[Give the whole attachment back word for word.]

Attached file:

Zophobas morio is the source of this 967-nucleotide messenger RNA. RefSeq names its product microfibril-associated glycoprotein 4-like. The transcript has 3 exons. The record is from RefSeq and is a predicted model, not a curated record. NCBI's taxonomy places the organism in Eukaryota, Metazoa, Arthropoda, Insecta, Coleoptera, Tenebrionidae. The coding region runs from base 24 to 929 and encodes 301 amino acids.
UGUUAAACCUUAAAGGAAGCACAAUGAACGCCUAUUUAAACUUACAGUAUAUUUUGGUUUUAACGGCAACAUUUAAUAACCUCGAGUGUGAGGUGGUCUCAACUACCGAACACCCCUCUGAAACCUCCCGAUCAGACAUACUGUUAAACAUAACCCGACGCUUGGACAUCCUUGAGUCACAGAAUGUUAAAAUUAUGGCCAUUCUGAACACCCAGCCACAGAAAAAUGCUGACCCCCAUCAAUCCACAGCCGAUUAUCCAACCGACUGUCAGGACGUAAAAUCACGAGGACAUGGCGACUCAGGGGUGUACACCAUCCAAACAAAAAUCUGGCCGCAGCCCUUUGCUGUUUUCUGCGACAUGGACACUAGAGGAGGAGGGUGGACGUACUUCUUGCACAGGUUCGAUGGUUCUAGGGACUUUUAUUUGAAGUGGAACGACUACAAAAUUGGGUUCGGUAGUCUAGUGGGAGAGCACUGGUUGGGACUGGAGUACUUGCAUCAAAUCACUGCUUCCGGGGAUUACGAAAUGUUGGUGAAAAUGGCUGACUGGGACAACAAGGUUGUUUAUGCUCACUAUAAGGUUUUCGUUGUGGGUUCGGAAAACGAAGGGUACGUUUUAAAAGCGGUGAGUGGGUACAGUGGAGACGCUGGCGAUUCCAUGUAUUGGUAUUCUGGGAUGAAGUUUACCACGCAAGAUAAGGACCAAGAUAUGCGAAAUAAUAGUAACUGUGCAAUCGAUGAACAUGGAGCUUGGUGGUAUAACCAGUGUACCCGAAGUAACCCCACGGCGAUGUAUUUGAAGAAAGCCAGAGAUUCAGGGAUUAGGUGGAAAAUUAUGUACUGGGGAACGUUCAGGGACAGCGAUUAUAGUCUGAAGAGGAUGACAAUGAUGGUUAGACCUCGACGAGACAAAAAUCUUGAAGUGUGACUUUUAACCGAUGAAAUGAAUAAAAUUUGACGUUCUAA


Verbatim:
Zophobas morio is the source of this 967-nucleotide messenger RNA. RefSeq names its product microfibril-associated glycoprotein 4-like. The transcript has 3 exons. The record is from RefSeq and is a predicted model, not a curated record. NCBI's taxonomy places the organism in Eukaryota, Metazoa, Arthropoda, Insecta, Coleoptera, Tenebrionidae. The coding region runs from base 24 to 929 and encodes 301 amino acids.
UGUUAAACCUUAAAGGAAGCACAAUGAACGCCUAUUUAAACUUACAGUAUAUUUUGGUUUUAACGGCAACAUUUAAUAACCUCGAGUGUGAGGUGGUCUCAACUACCGAACACCCCUCUGAAACCUCCCGAUCAGACAUACUGUUAAACAUAACCCGACGCUUGGACAUCCUUGAGUCACAGAAUGUUAAAAUUAUGGCCAUUCUGAACACCCAGCCACAGAAAAAUGCUGACCCCCAUCAAUCCACAGCCGAUUAUCCAACCGACUGUCAGGACGUAAAAUCACGAGGACAUGGCGACUCAGGGGUGUACACCAUCCAAACAAAAAUCUGGCCGCAGCCCUUUGCUGUUUUCUGCGACAUGGACACUAGAGGAGGAGGGUGGACGUACUUCUUGCACAGGUUCGAUGGUUCUAGGGACUUUUAUUUGAAGUGGAACGACUACAAAAUUGGGUUCGGUAGUCUAGUGGGAGAGCACUGGUUGGGACUGGAGUACUUGCAUCAAAUCACUGCUUCCGGGGAUUACGAAAUGUUGGUGAAAAUGGCUGACUGGGACAACAAGGUUGUUUAUGCUCACUAUAAGGUUUUCGUUGUGGGUUCGGAAAACGAAGGGUACGUUUUAAAAGCGGUGAGUGGGUACAGUGGAGACGCUGGCGAUUCCAUGUAUUGGUAUUCUGGGAUGAAGUUUACCACGCAAGAUAAGGACCAAGAUAUGCGAAAUAAUAGUAACUGUGCAAUCGAUGAACAUGGAGCUUGGUGGUAUAACCAGUGUACCCGAAGUAACCCCACGGCGAUGUAUUUGAAGAAAGCCAGAGAUUCAGGGAUUAGGUGGAAAAUUAUGUACUGGGGAACGUUCAGGGACAGCGAUUAUAGUCUGAAGAGGAUGACAAUGAUGGUUAGACCUCGACGAGACAAAAAUCUUGAAGUGUGACUUUUAACCGAUGAAAUGAAUAAAAUUUGACGUUCUAA